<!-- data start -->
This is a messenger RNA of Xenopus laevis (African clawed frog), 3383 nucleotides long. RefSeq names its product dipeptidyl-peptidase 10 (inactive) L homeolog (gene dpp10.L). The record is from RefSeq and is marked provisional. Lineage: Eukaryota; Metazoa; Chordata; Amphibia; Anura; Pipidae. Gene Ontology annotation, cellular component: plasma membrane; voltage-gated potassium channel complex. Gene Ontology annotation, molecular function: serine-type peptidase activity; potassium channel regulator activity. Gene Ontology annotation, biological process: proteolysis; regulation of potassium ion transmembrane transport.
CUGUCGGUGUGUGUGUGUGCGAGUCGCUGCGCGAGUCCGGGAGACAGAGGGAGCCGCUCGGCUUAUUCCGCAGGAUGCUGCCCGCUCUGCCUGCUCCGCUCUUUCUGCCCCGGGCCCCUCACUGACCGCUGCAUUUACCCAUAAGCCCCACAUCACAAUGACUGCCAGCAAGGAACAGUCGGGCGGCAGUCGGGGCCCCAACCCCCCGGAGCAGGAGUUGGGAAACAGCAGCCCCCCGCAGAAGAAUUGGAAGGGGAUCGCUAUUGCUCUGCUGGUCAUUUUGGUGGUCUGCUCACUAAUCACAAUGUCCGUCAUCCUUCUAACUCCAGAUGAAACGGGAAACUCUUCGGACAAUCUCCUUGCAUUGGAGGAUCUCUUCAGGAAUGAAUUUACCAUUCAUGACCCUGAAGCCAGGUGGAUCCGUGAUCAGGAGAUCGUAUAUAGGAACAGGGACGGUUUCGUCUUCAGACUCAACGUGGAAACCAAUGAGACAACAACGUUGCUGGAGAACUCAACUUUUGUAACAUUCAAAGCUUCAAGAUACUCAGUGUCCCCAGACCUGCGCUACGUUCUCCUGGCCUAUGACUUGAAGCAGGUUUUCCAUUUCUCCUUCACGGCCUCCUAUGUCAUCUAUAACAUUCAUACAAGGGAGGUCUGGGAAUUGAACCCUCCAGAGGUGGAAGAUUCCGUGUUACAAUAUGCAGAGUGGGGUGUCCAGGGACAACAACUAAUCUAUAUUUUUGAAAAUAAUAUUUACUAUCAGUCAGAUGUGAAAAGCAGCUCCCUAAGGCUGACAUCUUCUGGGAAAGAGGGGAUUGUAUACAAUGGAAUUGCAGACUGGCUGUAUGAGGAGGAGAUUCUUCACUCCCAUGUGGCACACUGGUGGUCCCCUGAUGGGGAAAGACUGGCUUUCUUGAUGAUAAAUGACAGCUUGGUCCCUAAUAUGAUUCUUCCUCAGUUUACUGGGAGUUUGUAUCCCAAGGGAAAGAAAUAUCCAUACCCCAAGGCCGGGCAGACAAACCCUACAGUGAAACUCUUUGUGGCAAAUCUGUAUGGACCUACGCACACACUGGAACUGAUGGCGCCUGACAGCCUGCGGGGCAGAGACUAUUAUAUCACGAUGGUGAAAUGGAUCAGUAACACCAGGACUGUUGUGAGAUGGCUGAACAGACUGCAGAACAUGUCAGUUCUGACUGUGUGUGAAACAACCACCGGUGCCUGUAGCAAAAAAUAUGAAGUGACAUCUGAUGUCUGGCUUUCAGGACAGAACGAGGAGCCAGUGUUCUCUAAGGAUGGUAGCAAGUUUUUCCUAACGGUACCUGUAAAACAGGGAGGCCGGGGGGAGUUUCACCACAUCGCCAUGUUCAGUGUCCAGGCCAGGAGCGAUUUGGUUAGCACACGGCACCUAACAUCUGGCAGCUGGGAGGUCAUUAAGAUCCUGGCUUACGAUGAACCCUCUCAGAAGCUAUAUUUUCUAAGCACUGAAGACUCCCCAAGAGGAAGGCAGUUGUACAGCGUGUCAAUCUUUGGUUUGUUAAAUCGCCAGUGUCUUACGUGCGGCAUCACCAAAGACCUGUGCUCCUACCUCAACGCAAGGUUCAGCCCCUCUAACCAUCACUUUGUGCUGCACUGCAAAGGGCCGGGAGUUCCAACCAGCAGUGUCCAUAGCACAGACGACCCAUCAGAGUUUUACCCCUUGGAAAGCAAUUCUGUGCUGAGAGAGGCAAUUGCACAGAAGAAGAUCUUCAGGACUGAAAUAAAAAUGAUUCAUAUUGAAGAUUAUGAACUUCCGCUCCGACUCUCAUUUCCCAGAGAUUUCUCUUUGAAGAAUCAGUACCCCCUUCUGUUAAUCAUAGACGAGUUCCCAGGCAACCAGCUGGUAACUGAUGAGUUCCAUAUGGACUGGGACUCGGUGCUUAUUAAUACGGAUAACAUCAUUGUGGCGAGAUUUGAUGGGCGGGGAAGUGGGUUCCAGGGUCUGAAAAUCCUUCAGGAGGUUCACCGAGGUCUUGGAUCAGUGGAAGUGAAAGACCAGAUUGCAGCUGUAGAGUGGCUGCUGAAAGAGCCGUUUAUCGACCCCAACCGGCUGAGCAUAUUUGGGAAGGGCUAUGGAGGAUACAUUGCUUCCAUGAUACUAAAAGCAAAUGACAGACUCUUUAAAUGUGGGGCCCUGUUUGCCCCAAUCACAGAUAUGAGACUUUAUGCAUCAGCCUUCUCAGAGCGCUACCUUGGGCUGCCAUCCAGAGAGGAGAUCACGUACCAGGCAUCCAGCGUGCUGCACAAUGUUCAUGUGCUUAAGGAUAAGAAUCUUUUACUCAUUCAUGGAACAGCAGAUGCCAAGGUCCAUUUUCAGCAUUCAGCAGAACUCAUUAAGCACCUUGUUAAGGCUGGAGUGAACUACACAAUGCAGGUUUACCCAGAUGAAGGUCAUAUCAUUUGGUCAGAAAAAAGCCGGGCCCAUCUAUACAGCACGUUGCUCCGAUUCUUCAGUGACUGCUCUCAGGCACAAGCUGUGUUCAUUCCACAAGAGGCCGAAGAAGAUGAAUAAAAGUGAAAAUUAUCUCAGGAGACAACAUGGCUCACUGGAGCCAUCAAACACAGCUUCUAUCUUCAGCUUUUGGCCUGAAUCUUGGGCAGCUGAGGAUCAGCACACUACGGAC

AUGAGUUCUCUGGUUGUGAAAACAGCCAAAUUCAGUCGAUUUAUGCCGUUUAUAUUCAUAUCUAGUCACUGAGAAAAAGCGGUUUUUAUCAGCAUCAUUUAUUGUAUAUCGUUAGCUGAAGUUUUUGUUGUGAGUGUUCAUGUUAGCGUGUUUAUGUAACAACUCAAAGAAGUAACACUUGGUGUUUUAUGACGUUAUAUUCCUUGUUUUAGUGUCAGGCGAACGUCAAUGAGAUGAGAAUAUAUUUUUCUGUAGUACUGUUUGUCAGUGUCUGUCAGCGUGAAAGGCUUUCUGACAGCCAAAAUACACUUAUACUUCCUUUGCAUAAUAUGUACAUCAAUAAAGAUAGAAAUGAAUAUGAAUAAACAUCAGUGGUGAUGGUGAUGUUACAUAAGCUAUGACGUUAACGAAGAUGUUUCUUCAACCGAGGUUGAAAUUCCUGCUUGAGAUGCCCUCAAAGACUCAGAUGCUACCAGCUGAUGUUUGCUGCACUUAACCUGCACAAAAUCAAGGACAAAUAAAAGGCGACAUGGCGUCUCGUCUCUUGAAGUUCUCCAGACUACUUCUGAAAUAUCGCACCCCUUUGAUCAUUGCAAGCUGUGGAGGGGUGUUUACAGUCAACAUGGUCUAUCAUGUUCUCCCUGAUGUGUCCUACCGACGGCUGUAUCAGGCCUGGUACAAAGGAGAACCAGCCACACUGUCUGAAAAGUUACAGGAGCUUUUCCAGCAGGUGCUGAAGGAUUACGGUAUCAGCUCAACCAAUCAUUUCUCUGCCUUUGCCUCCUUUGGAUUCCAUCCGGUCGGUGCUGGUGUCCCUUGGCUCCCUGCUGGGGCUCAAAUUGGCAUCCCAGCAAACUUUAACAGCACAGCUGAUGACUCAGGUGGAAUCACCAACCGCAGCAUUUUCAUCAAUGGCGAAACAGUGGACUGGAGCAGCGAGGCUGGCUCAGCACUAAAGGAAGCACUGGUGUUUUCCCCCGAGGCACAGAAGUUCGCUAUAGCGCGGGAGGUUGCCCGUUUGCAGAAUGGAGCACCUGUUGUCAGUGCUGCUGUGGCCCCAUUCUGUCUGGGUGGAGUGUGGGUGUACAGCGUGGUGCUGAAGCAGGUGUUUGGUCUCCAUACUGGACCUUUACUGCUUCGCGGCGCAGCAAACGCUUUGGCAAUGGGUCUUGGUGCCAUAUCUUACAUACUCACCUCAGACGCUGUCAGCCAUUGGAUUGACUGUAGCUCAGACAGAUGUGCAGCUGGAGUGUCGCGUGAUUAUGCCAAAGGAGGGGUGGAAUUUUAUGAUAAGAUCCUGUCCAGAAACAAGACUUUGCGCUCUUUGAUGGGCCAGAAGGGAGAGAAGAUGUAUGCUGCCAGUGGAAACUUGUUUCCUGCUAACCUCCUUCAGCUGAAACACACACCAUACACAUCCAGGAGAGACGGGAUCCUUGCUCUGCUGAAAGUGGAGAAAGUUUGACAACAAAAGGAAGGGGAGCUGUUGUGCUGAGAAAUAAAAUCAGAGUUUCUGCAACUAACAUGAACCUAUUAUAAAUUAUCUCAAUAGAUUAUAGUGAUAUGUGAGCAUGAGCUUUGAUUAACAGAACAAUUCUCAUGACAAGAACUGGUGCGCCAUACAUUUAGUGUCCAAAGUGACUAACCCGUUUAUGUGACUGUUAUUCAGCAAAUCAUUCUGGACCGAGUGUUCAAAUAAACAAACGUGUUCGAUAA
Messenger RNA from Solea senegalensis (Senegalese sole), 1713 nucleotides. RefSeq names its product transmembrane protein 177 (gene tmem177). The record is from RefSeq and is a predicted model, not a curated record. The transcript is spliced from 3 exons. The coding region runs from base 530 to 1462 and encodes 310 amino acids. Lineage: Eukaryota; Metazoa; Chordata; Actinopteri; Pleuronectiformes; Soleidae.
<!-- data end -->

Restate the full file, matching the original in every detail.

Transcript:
This is a messenger RNA of Xenopus laevis (African clawed frog), 3383 nucleotides long. RefSeq names its product dipeptidyl-peptidase 10 (inactive) L homeolog (gene dpp10.L). The record is from RefSeq and is marked provisional. Lineage: Eukaryota; Metazoa; Chordata; Amphibia; Anura; Pipidae. Gene Ontology annotation, cellular component: plasma membrane; voltage-gated potassium channel complex. Gene Ontology annotation, molecular function: serine-type peptidase activity; potassium channel regulator activity. Gene Ontology annotation, biological process: proteolysis; regulation of potassium ion transmembrane transport.
CUGUCGGUGUGUGUGUGUGCGAGUCGCUGCGCGAGUCCGGGAGACAGAGGGAGCCGCUCGGCUUAUUCCGCAGGAUGCUGCCCGCUCUGCCUGCUCCGCUCUUUCUGCCCCGGGCCCCUCACUGACCGCUGCAUUUACCCAUAAGCCCCACAUCACAAUGACUGCCAGCAAGGAACAGUCGGGCGGCAGUCGGGGCCCCAACCCCCCGGAGCAGGAGUUGGGAAACAGCAGCCCCCCGCAGAAGAAUUGGAAGGGGAUCGCUAUUGCUCUGCUGGUCAUUUUGGUGGUCUGCUCACUAAUCACAAUGUCCGUCAUCCUUCUAACUCCAGAUGAAACGGGAAACUCUUCGGACAAUCUCCUUGCAUUGGAGGAUCUCUUCAGGAAUGAAUUUACCAUUCAUGACCCUGAAGCCAGGUGGAUCCGUGAUCAGGAGAUCGUAUAUAGGAACAGGGACGGUUUCGUCUUCAGACUCAACGUGGAAACCAAUGAGACAACAACGUUGCUGGAGAACUCAACUUUUGUAACAUUCAAAGCUUCAAGAUACUCAGUGUCCCCAGACCUGCGCUACGUUCUCCUGGCCUAUGACUUGAAGCAGGUUUUCCAUUUCUCCUUCACGGCCUCCUAUGUCAUCUAUAACAUUCAUACAAGGGAGGUCUGGGAAUUGAACCCUCCAGAGGUGGAAGAUUCCGUGUUACAAUAUGCAGAGUGGGGUGUCCAGGGACAACAACUAAUCUAUAUUUUUGAAAAUAAUAUUUACUAUCAGUCAGAUGUGAAAAGCAGCUCCCUAAGGCUGACAUCUUCUGGGAAAGAGGGGAUUGUAUACAAUGGAAUUGCAGACUGGCUGUAUGAGGAGGAGAUUCUUCACUCCCAUGUGGCACACUGGUGGUCCCCUGAUGGGGAAAGACUGGCUUUCUUGAUGAUAAAUGACAGCUUGGUCCCUAAUAUGAUUCUUCCUCAGUUUACUGGGAGUUUGUAUCCCAAGGGAAAGAAAUAUCCAUACCCCAAGGCCGGGCAGACAAACCCUACAGUGAAACUCUUUGUGGCAAAUCUGUAUGGACCUACGCACACACUGGAACUGAUGGCGCCUGACAGCCUGCGGGGCAGAGACUAUUAUAUCACGAUGGUGAAAUGGAUCAGUAACACCAGGACUGUUGUGAGAUGGCUGAACAGACUGCAGAACAUGUCAGUUCUGACUGUGUGUGAAACAACCACCGGUGCCUGUAGCAAAAAAUAUGAAGUGACAUCUGAUGUCUGGCUUUCAGGACAGAACGAGGAGCCAGUGUUCUCUAAGGAUGGUAGCAAGUUUUUCCUAACGGUACCUGUAAAACAGGGAGGCCGGGGGGAGUUUCACCACAUCGCCAUGUUCAGUGUCCAGGCCAGGAGCGAUUUGGUUAGCACACGGCACCUAACAUCUGGCAGCUGGGAGGUCAUUAAGAUCCUGGCUUACGAUGAACCCUCUCAGAAGCUAUAUUUUCUAAGCACUGAAGACUCCCCAAGAGGAAGGCAGUUGUACAGCGUGUCAAUCUUUGGUUUGUUAAAUCGCCAGUGUCUUACGUGCGGCAUCACCAAAGACCUGUGCUCCUACCUCAACGCAAGGUUCAGCCCCUCUAACCAUCACUUUGUGCUGCACUGCAAAGGGCCGGGAGUUCCAACCAGCAGUGUCCAUAGCACAGACGACCCAUCAGAGUUUUACCCCUUGGAAAGCAAUUCUGUGCUGAGAGAGGCAAUUGCACAGAAGAAGAUCUUCAGGACUGAAAUAAAAAUGAUUCAUAUUGAAGAUUAUGAACUUCCGCUCCGACUCUCAUUUCCCAGAGAUUUCUCUUUGAAGAAUCAGUACCCCCUUCUGUUAAUCAUAGACGAGUUCCCAGGCAACCAGCUGGUAACUGAUGAGUUCCAUAUGGACUGGGACUCGGUGCUUAUUAAUACGGAUAACAUCAUUGUGGCGAGAUUUGAUGGGCGGGGAAGUGGGUUCCAGGGUCUGAAAAUCCUUCAGGAGGUUCACCGAGGUCUUGGAUCAGUGGAAGUGAAAGACCAGAUUGCAGCUGUAGAGUGGCUGCUGAAAGAGCCGUUUAUCGACCCCAACCGGCUGAGCAUAUUUGGGAAGGGCUAUGGAGGAUACAUUGCUUCCAUGAUACUAAAAGCAAAUGACAGACUCUUUAAAUGUGGGGCCCUGUUUGCCCCAAUCACAGAUAUGAGACUUUAUGCAUCAGCCUUCUCAGAGCGCUACCUUGGGCUGCCAUCCAGAGAGGAGAUCACGUACCAGGCAUCCAGCGUGCUGCACAAUGUUCAUGUGCUUAAGGAUAAGAAUCUUUUACUCAUUCAUGGAACAGCAGAUGCCAAGGUCCAUUUUCAGCAUUCAGCAGAACUCAUUAAGCACCUUGUUAAGGCUGGAGUGAACUACACAAUGCAGGUUUACCCAGAUGAAGGUCAUAUCAUUUGGUCAGAAAAAAGCCGGGCCCAUCUAUACAGCACGUUGCUCCGAUUCUUCAGUGACUGCUCUCAGGCACAAGCUGUGUUCAUUCCACAAGAGGCCGAAGAAGAUGAAUAAAAGUGAAAAUUAUCUCAGGAGACAACAUGGCUCACUGGAGCCAUCAAACACAGCUUCUAUCUUCAGCUUUUGGCCUGAAUCUUGGGCAGCUGAGGAUCAGCACACUACGGAC

AUGAGUUCUCUGGUUGUGAAAACAGCCAAAUUCAGUCGAUUUAUGCCGUUUAUAUUCAUAUCUAGUCACUGAGAAAAAGCGGUUUUUAUCAGCAUCAUUUAUUGUAUAUCGUUAGCUGAAGUUUUUGUUGUGAGUGUUCAUGUUAGCGUGUUUAUGUAACAACUCAAAGAAGUAACACUUGGUGUUUUAUGACGUUAUAUUCCUUGUUUUAGUGUCAGGCGAACGUCAAUGAGAUGAGAAUAUAUUUUUCUGUAGUACUGUUUGUCAGUGUCUGUCAGCGUGAAAGGCUUUCUGACAGCCAAAAUACACUUAUACUUCCUUUGCAUAAUAUGUACAUCAAUAAAGAUAGAAAUGAAUAUGAAUAAACAUCAGUGGUGAUGGUGAUGUUACAUAAGCUAUGACGUUAACGAAGAUGUUUCUUCAACCGAGGUUGAAAUUCCUGCUUGAGAUGCCCUCAAAGACUCAGAUGCUACCAGCUGAUGUUUGCUGCACUUAACCUGCACAAAAUCAAGGACAAAUAAAAGGCGACAUGGCGUCUCGUCUCUUGAAGUUCUCCAGACUACUUCUGAAAUAUCGCACCCCUUUGAUCAUUGCAAGCUGUGGAGGGGUGUUUACAGUCAACAUGGUCUAUCAUGUUCUCCCUGAUGUGUCCUACCGACGGCUGUAUCAGGCCUGGUACAAAGGAGAACCAGCCACACUGUCUGAAAAGUUACAGGAGCUUUUCCAGCAGGUGCUGAAGGAUUACGGUAUCAGCUCAACCAAUCAUUUCUCUGCCUUUGCCUCCUUUGGAUUCCAUCCGGUCGGUGCUGGUGUCCCUUGGCUCCCUGCUGGGGCUCAAAUUGGCAUCCCAGCAAACUUUAACAGCACAGCUGAUGACUCAGGUGGAAUCACCAACCGCAGCAUUUUCAUCAAUGGCGAAACAGUGGACUGGAGCAGCGAGGCUGGCUCAGCACUAAAGGAAGCACUGGUGUUUUCCCCCGAGGCACAGAAGUUCGCUAUAGCGCGGGAGGUUGCCCGUUUGCAGAAUGGAGCACCUGUUGUCAGUGCUGCUGUGGCCCCAUUCUGUCUGGGUGGAGUGUGGGUGUACAGCGUGGUGCUGAAGCAGGUGUUUGGUCUCCAUACUGGACCUUUACUGCUUCGCGGCGCAGCAAACGCUUUGGCAAUGGGUCUUGGUGCCAUAUCUUACAUACUCACCUCAGACGCUGUCAGCCAUUGGAUUGACUGUAGCUCAGACAGAUGUGCAGCUGGAGUGUCGCGUGAUUAUGCCAAAGGAGGGGUGGAAUUUUAUGAUAAGAUCCUGUCCAGAAACAAGACUUUGCGCUCUUUGAUGGGCCAGAAGGGAGAGAAGAUGUAUGCUGCCAGUGGAAACUUGUUUCCUGCUAACCUCCUUCAGCUGAAACACACACCAUACACAUCCAGGAGAGACGGGAUCCUUGCUCUGCUGAAAGUGGAGAAAGUUUGACAACAAAAGGAAGGGGAGCUGUUGUGCUGAGAAAUAAAAUCAGAGUUUCUGCAACUAACAUGAACCUAUUAUAAAUUAUCUCAAUAGAUUAUAGUGAUAUGUGAGCAUGAGCUUUGAUUAACAGAACAAUUCUCAUGACAAGAACUGGUGCGCCAUACAUUUAGUGUCCAAAGUGACUAACCCGUUUAUGUGACUGUUAUUCAGCAAAUCAUUCUGGACCGAGUGUUCAAAUAAACAAACGUGUUCGAUAA
Messenger RNA from Solea senegalensis (Senegalese sole), 1713 nucleotides. RefSeq names its product transmembrane protein 177 (gene tmem177). The record is from RefSeq and is a predicted model, not a curated record. The transcript is spliced from 3 exons. The coding region runs from base 530 to 1462 and encodes 310 amino acids. Lineage: Eukaryota; Metazoa; Chordata; Actinopteri; Pleuronectiformes; Soleidae.